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Spacewalking surgeons correct Hubble's vision


Working under floodlights and their helmet headlamps, Endeavour astronauts floating in the night over Mexico early today replaced the Hubble Space Telescope's busiest astronomical camera with a new model that should correct a blur caused by the observatory's misshapen mirror.

"It looks like it's in there. Very nice," said astronaut Jeffrey A. Hoffman after he and his spacewalking partner, Story Musgrave, slid the new Wide-Field/Planetary Camera into the telescope as if they were placing it in a giant drawer.

The camera performs half of Hubble's observations and functions as its "wide-angle" and "telephoto" lens. If it works as advertised, it should give astronomers broad views of the heavens nearby, as well as finely detailed looks at the universe's faintest and most distant objects.

Those most difficult observations have been beyond the reach of the old Wide-Field/Planetary Camera because of Hubble's blurry vision.

Unlike the astronauts' prior two spacewalks, which repaired Hubble's most pressing mechanical problems, this morning's work and another tonight and early tomorrow are designed to correct the observatory's blurred vision.

Late tonight and early tomorrow, astronauts Kathryn Thornton and Tom Akers are scheduled to use the fourth of five spacewalks on this mission to install COSTAR, a package of robot arms and mirrors that give three other astronomical instruments on the telescope a cure for the mirror flaw.

The design of COSTAR -- which stands for Corrective Optics Space Telescope Axial Replacement -- was the brainchild of Dr. Jim Crocker of the Space Telescope Science Institute in Baltimore and a Colorado optical scientist.

The mission's first two spacewalks Sunday and early yesterday went off with hardly a hitch, to the delight of NASA officials, who badly need an unqualified success.

"We've been up to bat twice and the crew has hit two home runs," said Joe Rothenberg, Hubble project director at the Goddard Space Flight Center in Greenbelt, referring to the replacement of the telescope's gyroscopes Sunday and electricity-generating solar panels yesterday.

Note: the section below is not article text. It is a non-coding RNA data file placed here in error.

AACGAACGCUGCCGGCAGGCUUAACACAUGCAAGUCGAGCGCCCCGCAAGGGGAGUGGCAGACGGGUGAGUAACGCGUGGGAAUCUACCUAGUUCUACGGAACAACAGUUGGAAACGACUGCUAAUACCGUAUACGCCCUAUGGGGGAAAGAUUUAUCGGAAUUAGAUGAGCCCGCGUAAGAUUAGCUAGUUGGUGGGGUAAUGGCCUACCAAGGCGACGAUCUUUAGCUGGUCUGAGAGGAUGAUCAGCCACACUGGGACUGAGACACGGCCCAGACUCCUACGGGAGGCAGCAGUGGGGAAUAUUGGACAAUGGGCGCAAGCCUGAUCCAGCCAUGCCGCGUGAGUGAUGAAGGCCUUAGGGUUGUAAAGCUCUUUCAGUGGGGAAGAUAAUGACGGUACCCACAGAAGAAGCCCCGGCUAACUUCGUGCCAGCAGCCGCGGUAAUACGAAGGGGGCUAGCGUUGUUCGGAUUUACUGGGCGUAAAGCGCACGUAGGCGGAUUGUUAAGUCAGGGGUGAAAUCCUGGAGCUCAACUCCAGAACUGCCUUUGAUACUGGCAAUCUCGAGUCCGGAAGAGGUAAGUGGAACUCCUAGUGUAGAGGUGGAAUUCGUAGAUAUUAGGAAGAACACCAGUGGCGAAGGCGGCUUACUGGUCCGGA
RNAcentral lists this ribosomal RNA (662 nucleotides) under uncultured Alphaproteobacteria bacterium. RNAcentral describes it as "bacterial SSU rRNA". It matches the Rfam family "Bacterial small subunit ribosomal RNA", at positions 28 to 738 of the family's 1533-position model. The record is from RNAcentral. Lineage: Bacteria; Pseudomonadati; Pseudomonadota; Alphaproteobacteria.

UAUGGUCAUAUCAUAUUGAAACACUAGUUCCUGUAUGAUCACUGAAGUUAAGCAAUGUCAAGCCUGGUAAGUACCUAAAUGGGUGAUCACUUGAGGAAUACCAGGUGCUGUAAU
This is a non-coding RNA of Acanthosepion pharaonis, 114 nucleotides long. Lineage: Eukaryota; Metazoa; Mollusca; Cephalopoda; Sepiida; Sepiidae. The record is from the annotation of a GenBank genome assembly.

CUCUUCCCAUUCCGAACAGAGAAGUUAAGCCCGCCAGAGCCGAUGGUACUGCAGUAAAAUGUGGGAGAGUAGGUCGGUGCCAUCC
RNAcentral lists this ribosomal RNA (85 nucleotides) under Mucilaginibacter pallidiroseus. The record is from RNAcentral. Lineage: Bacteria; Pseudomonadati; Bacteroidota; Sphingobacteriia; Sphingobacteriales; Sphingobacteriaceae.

Even the shuttle has been trouble-free on its fifth space flight. "Endeavour has been a great repair ship. It hasn't caused us one hiccup at all to worry about," said the lead flight director, Milton Heflin.

NASA was embarrassed in 1990 by the discovery that Hubble's primary mirror had been ground too flat by a measurement equal to one-fiftieth the width of a human hair. The mistake didn't cripple the telescope, but it has prevented astronomers from seeing the faintest and most distant objects -- observations needed to answer some of science's most fundamental questions.

Officials and engineers hope the human repairs on an orbiting spacecraft will help them sell Congress and the American public on the viability of a permanently manned space station.

Tonight's assignment for the astronauts is to install the 640-pound COSTAR package.

COSTAR's job is to insert small, precision-ground mirrors into the light stream from Hubble's flawed primary mirror. The mirrors are shaped to correct the big mirror's focusing error and positioned to relay the light in three separate beams to the telescope's Faint Object Camera, Faint Object Spectrograph and Goddard High Resolution Spectrograph.

Getting COSTAR inside the telescope will be a little like sliding a big refrigerator into a small closet, with Ms. Thornton maneuvering the instrument from her perch on the end of the shuttle's robot arm.

To make room for COSTAR in the telescope's crowded lower level, scientists and engineers agreed that one of the four scientific instruments housed there had to be sacrificed.

The loser was the High Speed Photometer (HSP), designed to measure rapid changes in the intensity and color of starlight.

After removing and stowing the 487-pound High-Speed Photometer for its return to Earth, Ms. Thornton will attach a portable handhold to COSTAR and draw it from its housing in the shuttle's payload bay.

Swiss astronaut Claude Nicollier, at the arm's controls, will then maneuver Ms. Thornton and her massive parcel to the side of the telescope. With Colonel Akers, an Air Force officer, helping, the three will align COSTAR with a set of guide rails and slowly slide the device into the telescope. Once latched in place, COSTAR will be connected to the HSP's cables, and the service bay will be closed.

COSTAR was conceived by the late Dr. Mark Buttema, an optical scientist with Ball Aerospace and Communications in Boulder, Colo., and Dr. Crocker, an electrical engineer at the Space Institute. It was then built by Ball.

Its designers were challenged to find the most efficient, reliable way to correct Hubble's flawed optics for three separate instruments, and to get it designed and built in just 28 months. They hit upon the idea of deploying a collection of 10 mirrors into the telescope's light stream from a movable optical bench.

The bench emerges like a periscope from COSTAR's "black box" after installation, slipping through a triangular hole no bigger than a wedge of pie.

Its mirrors are mounted on the end of four mechanical arms that flip out from the bench's "mast." They move into the light stream from Hubble's primary mirror, canceling out its optical error, and relaying the sharpened image to the appropriate instruments. Each arm is minutely adjustable by remote control from the ground for fine-focusing.

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